Finally, on August 22, the Toronto Maple Leafs signed goaltender Jhonas Enroth to a one-year contract worth $750,000. Enroth has spent the past few seasons jumping around the league, but now he finds himself with the rebuilding Leafs and he will compete for the starting job with fellow newly acquired goaltender Frederik Andersen.
Since entering the NHL in 2009, the 28-year-old Stockholm, Sweden native has a 50-66-15 record to go along with a .911 Save Percentage as well as a 2.80 goals against average. [Toronto Maple Leafs]
May 5 – Toronto Maple Leafs sign defenseman Nikita Zaitsev to a one-year, entry-level contract
July 2 – Maple Leafs sign defenseman Justin Holl to a one-year, entry-level contract
July 2 – The Leafs sign free agent defenseman Roman Polak to a one-year contract worth $2.25 million. Polak spent most of last season with the Sharks on their way to the Stanley Cup Final. [Toronto Maple Leafs]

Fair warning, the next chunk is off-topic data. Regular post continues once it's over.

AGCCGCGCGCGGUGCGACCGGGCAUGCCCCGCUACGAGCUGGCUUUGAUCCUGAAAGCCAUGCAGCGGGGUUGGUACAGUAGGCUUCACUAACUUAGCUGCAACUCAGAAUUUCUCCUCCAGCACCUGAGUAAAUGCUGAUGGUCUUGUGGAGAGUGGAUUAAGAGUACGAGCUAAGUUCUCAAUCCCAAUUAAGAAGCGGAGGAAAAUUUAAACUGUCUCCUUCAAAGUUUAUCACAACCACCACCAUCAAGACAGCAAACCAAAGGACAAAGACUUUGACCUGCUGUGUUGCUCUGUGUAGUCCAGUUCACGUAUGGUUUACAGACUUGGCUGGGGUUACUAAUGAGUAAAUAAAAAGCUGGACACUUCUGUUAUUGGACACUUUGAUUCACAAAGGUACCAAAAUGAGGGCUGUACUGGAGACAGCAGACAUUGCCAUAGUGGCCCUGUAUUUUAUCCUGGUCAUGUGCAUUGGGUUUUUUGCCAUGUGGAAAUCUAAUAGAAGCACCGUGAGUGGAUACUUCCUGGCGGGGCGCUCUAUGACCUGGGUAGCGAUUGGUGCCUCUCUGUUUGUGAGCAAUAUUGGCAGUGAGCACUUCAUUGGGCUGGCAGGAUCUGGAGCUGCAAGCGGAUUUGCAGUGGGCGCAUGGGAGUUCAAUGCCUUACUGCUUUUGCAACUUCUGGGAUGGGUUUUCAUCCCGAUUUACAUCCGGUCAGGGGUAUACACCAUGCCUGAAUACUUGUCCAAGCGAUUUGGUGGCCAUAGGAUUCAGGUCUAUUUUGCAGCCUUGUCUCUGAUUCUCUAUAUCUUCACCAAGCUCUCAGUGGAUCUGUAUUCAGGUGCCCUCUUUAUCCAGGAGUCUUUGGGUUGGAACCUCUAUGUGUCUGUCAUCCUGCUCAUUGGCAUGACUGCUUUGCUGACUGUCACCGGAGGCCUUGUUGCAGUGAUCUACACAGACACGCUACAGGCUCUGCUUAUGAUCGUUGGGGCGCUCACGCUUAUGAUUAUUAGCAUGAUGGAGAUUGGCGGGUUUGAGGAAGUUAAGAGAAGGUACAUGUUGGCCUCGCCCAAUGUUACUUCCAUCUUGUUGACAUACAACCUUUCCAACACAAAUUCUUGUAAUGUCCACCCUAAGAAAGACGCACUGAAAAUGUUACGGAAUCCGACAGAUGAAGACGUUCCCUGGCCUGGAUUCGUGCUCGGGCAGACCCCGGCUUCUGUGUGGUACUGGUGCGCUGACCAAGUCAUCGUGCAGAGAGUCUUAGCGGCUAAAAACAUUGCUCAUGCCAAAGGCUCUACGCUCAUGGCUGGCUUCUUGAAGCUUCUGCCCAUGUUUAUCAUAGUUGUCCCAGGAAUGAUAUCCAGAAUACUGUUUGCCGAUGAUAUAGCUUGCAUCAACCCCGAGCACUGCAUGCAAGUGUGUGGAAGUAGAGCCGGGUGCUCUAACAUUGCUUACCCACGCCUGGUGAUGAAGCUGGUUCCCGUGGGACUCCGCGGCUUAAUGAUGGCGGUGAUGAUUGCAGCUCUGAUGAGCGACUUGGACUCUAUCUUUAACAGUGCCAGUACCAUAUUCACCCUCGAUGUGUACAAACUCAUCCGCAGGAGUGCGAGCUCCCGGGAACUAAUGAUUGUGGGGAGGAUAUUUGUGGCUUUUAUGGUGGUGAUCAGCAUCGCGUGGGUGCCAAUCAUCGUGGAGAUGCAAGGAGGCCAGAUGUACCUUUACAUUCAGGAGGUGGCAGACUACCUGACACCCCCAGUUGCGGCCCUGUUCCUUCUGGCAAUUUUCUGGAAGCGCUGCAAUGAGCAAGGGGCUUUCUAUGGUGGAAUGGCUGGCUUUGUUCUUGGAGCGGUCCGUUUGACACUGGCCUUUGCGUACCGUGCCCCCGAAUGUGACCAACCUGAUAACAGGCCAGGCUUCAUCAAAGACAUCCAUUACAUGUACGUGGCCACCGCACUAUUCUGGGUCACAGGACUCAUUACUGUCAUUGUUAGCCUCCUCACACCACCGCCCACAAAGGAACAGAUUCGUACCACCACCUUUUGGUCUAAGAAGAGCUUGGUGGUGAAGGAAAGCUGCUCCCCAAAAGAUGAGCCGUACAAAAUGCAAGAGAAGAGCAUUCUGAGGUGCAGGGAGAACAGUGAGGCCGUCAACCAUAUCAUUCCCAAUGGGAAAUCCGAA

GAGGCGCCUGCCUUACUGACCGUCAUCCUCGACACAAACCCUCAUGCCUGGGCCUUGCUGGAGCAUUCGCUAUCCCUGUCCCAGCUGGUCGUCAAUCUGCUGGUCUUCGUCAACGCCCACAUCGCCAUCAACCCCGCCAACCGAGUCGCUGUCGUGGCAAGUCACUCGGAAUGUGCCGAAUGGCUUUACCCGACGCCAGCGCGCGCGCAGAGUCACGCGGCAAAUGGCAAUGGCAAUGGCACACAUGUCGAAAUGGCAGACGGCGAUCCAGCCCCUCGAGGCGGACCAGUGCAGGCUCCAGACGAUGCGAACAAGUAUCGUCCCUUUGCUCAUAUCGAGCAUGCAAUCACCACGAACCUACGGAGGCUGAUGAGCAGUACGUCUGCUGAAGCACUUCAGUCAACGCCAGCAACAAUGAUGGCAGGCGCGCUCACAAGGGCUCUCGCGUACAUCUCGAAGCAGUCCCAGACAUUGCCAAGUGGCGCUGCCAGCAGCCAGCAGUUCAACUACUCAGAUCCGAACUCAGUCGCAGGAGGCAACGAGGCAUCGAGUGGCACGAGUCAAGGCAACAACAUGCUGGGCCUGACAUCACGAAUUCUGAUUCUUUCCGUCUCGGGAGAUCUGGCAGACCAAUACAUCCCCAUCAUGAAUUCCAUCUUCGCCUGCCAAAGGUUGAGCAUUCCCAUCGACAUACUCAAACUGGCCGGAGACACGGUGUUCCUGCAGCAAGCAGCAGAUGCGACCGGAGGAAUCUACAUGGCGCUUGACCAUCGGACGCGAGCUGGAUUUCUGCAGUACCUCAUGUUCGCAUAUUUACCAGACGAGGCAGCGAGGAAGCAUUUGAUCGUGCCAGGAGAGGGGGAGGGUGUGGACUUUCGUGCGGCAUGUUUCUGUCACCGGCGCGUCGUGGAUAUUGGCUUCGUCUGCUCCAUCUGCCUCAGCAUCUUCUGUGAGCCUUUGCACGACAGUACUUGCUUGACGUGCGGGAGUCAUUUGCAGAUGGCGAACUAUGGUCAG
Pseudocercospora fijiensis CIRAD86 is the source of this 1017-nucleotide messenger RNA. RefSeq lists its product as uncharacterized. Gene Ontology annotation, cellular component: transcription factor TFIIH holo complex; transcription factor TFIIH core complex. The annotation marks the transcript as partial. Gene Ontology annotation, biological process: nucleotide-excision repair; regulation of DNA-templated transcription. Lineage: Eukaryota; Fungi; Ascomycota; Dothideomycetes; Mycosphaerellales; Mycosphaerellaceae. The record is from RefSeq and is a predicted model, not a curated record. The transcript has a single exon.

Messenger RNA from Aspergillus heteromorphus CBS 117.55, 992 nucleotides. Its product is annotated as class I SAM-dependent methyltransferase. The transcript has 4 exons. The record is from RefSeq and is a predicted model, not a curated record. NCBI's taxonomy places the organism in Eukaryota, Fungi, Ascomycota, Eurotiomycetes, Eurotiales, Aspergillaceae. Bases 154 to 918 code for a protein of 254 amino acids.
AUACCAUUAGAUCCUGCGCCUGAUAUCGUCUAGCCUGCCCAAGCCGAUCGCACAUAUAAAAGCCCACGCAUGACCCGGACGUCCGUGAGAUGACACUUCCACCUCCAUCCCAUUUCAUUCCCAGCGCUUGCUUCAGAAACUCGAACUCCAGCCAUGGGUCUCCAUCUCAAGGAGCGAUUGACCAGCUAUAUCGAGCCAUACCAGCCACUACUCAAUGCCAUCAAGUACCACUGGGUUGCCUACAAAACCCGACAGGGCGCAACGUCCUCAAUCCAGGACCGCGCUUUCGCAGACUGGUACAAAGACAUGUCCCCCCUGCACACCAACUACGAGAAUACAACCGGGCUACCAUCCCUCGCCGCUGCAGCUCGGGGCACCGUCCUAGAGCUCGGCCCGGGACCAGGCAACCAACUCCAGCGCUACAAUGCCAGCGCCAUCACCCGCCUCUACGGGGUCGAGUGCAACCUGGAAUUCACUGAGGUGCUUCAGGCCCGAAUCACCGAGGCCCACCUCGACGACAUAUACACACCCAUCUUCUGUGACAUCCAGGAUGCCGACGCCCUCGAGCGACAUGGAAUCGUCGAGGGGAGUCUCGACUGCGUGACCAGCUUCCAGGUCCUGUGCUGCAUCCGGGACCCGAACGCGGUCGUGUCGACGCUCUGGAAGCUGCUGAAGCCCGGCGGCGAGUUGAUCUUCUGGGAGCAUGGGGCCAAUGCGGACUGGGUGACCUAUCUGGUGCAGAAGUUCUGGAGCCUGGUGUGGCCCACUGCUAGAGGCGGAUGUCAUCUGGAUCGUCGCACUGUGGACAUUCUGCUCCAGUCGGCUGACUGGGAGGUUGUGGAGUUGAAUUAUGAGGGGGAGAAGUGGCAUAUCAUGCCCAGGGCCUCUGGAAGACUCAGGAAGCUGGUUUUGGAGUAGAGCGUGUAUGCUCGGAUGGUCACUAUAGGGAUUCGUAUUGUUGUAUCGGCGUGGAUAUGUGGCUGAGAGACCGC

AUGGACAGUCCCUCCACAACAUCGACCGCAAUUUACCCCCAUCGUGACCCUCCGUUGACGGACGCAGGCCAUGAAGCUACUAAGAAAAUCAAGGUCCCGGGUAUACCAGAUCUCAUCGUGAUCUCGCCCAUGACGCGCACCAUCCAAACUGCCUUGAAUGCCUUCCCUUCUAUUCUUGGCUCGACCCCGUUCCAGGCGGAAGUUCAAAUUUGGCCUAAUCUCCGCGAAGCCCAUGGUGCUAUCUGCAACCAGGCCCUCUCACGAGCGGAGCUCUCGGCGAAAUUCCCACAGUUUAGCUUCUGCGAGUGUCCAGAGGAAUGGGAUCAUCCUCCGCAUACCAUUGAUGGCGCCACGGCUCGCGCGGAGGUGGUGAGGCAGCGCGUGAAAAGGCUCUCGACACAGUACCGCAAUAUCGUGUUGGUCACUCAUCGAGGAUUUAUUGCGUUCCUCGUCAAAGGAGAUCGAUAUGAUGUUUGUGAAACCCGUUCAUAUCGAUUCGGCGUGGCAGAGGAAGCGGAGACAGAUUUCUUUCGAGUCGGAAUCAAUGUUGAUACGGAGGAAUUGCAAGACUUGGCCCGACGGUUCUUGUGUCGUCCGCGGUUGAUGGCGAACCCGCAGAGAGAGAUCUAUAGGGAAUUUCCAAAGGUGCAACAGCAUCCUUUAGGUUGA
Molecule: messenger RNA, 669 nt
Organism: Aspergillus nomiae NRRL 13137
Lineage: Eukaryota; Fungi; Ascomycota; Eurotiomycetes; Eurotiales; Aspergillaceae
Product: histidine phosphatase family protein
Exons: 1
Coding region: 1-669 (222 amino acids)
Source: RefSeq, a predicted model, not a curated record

July 15 – The Leafs sign goaltender Garret Sparks to a one-year, two-way contract
July 21 – Maple Leafs sign forward Josh Leivo to a two-year contract
July 22 – Maple Leafs sign defenseman Connor Carrick to a two-year contract
July 25 – Toronto signs forward Peter Holland to a one-year contract worth $1.3 million
July 25 – Toronto signs defenseman Frank Corrado to a one-year contract
July 26 – The Maple Leafs sign forward Trevor Moore to a three-year, entry-level contract
July 29 – The Maple Leafs sign defenseman Martin Marincin to a two-year contract with an AAV of $1.25 million